the most	recent interval.

       The third line displays the total number	of packets received since
       monitoring started.

       The second and third lines display three	numbers	each: the total
       number of packets on the	network, the total number of packets received
       by the destination host (possibly subject to being only from the
       specified source	host), and the number of packets dropped by the	moni-
       toring interface	due to buffer space limitations. Dropped packets are
       not included in the packet monitoring totals.

    +  The second part of the screen divides the received packets into 16
       categories. Each	category is displayed with three numbers:

	 -- The	number of packets received this	interval.

	 -- The	percentage this	represents of all packets received by the
	    host during	this interval.

	 -- The	total number of	packets	received since monitoring started.

	    The	packet categories are not mutually exclusive; some packets
	    may	be counted in more than	one category (for example, NFS pack-
	    ets	are also UDP packets).

	    The	categories in this section and their meanings are:

	    ND Read
		Sun Network Disk read requests.	Only servers which serve
		clients	running	SunOS 3.5 or less should display nonzero
		counts in this section.	This field is only counted when
		nfswatch is run	on a SunOS 4.x system; other versions of
		nfswatch count these packets as	"other."

	    ND Write
		Sun Network Disk write requests. Only servers which serve
		clients	running	SunOS 3.5 or less should display nonzero
		counts in this section.	 This field is only counted when
		nfswatch is run	on a SunOS 4.x system; other versions of
		nfswatch count these packets as	"other."

	    NFS	Read
		NFS requests which primarily result in a file system read
		being performed	(read file, read directory, and	so on).

	    NFS	Write
		NFS requests which primarily result in a file system write
		being performed	(write file, rename file, create file, delete
		file, and so on).

	    NFS	Mount
		NFS mount requests.

	    YP/NIS/NIS+
		Sun NIS	(Yellow	Pages) and NIS+	requests.

	    RPC	Authorization
		All RPC	reply packets fall into	this category, because RPC
		replies	do not contain the protocol number, and	thus cannot
		be classified as anything else.	(If the	-all option is given,
		then you will see all the RPC replies on the network in	this
		category.)

	    Other RPC Packets
		All RPC	requests which do not fall into	one of the above
		categories.

	    TCP	Packets
		Packets	sent using the Transmission Control Protocol (TCP).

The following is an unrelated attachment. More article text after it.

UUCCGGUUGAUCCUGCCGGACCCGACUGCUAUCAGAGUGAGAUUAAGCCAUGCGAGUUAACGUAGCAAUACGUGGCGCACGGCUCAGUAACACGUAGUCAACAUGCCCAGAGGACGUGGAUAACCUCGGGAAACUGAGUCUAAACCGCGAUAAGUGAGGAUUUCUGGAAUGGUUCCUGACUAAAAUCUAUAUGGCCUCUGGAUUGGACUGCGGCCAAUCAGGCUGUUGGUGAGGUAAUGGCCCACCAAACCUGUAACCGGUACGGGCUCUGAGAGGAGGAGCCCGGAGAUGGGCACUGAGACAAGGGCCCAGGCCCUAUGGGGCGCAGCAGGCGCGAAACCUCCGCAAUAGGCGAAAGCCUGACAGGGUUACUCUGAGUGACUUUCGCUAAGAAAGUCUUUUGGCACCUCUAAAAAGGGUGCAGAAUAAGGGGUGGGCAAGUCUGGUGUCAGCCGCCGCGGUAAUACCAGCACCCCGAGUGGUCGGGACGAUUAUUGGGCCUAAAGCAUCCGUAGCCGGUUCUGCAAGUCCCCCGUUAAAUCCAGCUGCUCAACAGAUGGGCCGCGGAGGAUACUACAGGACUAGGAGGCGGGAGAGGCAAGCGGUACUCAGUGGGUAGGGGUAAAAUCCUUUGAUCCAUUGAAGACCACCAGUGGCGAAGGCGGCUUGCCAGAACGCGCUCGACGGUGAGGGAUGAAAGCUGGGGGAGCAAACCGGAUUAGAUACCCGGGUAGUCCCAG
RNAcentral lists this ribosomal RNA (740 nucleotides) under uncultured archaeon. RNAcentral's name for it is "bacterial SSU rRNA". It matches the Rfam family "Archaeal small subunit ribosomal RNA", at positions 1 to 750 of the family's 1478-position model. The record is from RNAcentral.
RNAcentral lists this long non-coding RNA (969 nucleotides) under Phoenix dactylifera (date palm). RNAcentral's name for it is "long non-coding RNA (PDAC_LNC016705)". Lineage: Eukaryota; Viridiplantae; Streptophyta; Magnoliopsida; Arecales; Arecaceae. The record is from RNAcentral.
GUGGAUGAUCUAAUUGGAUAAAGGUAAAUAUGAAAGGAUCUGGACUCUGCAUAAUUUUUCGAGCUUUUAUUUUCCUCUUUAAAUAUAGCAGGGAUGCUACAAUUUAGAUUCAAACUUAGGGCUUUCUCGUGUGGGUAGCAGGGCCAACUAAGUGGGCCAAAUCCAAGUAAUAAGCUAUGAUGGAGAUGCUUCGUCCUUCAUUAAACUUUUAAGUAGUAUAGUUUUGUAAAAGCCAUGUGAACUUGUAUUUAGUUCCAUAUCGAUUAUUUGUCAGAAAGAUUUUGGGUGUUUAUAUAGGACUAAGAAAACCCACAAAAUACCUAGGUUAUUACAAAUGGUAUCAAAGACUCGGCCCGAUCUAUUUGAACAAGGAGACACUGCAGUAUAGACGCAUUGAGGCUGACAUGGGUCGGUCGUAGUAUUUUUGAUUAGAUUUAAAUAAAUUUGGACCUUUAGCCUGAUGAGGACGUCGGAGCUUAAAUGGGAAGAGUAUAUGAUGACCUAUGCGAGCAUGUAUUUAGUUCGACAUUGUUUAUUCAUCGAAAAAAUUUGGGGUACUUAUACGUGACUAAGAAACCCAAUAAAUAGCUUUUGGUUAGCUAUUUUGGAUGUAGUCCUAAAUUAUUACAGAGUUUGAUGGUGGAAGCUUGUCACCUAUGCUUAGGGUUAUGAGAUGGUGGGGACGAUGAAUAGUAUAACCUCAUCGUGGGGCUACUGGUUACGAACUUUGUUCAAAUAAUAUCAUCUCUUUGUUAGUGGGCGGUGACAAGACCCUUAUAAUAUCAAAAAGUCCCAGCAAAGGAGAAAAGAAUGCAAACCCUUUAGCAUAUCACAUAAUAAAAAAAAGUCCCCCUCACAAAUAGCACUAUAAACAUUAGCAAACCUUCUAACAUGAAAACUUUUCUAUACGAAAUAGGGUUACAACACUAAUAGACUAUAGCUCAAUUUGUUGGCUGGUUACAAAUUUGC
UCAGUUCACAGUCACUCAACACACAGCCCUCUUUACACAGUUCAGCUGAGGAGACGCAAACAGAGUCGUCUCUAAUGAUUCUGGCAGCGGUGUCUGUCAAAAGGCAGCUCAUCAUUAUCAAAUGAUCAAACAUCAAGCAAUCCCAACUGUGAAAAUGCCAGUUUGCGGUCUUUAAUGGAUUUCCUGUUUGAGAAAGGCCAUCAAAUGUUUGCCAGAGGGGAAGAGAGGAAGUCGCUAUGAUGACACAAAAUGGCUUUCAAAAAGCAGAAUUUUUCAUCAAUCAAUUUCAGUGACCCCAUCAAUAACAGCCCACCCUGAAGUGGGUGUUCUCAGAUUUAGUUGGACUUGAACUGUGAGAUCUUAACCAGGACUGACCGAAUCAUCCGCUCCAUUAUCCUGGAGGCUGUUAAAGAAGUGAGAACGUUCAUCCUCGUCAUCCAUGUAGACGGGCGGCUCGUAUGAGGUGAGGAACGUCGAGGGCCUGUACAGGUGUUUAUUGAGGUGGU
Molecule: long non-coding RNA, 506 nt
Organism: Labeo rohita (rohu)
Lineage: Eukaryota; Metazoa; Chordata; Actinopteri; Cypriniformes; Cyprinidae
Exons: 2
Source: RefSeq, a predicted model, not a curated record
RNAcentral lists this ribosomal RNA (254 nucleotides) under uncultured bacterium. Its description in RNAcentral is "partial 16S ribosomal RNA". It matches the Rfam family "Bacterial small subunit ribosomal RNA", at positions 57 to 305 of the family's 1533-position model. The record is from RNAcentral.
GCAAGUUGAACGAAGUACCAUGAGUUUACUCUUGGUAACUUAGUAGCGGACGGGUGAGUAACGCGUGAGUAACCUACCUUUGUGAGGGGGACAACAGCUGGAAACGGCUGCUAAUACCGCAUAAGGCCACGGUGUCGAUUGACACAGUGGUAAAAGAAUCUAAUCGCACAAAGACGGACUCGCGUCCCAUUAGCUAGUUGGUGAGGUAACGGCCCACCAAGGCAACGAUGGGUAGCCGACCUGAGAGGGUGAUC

UDP	Packets
		Packets	sent using the User Datagram Protocol (UDP).

	    ICMP Packets
		Packets	sent using the Internet	Control	Message	Protocol
		(ICMP).

	    Routing Control
		Routing	Information Protocol (RIP) packets.

	    Address Resolution
		Address	Resolution Protocol (ARP) packets. These packets are
		not counted on System V	Release	4 systems (except for SunOS
		5.x), due to limitations of the	dlpi(7)	interface.

	    Reverse Addr Resol
		Reverse	Address	Resolution Protocol (RARP) packets. These
		packets	are not	counted	on System V Release 4 systems (except
		for SunOS 5.x),	due to limitations of the dlpi(7) interface.

	    Ethernet/FDDI Bdcst
		Ethernet (or FDDI) broadcast packets. These packets are	des-
		tined for and received by all hosts on the local network.
		These packets are not counted on System	V Release 4 systems
		(except	for SunOS 5.x),	due to limitations of the dlpi(7)
		interface.

	    Other Packets
		A catch-all for	any packets not	counted	in any of the above
		categories.

    +  The third part of the display shows the mounted file systems exported
       by the file server for mounting through NFS. If nfswatch	is monitoring
       the same	host it	is being run on, these file systems are	listed by
       path name. Otherwise, the program attempts to decode the	server's
       major and minor device numbers for the file system, and displays	them
       in parentheses.	(If the	-all option is given, the name of the server
       is also shown.) With each file system, three numbers are	displayed:

	 -- The	number of NFS requests for this	file system received during
	    the	interval.

	 -- The	percentage this	represents of all NFS requests received	by
	    the	host.

	 -- The	total number of	NFS requests for this file system received
	    since monitoring started. Up to 256	file systems will be
	    monitored by nfswatch and recorded in the log file,	but only as
	    many as will fit (2	* (LINES - 16))	will be	displayed on the
	    screen.

       If the -map mapfile option is specified,	nfswatch will read pairs of
       file system device specifications (as described above) and the proper
       names of	the file systems from mapfile. Each line should	contain	a
       string representing what	nfswatch would normally	print, and then
       separated from that by whitespace, the name that	is preferred. For
       example:


	    myhost(7,24)     /homedirs

       If the -f filelist option is specified, a list of file names (one per
       line) is	read from filelist, and	the traffic to these individual	files
       is also monitored. The files must reside	in file	systems	exported by
       the file	server.	 When this option is specified,	the third section of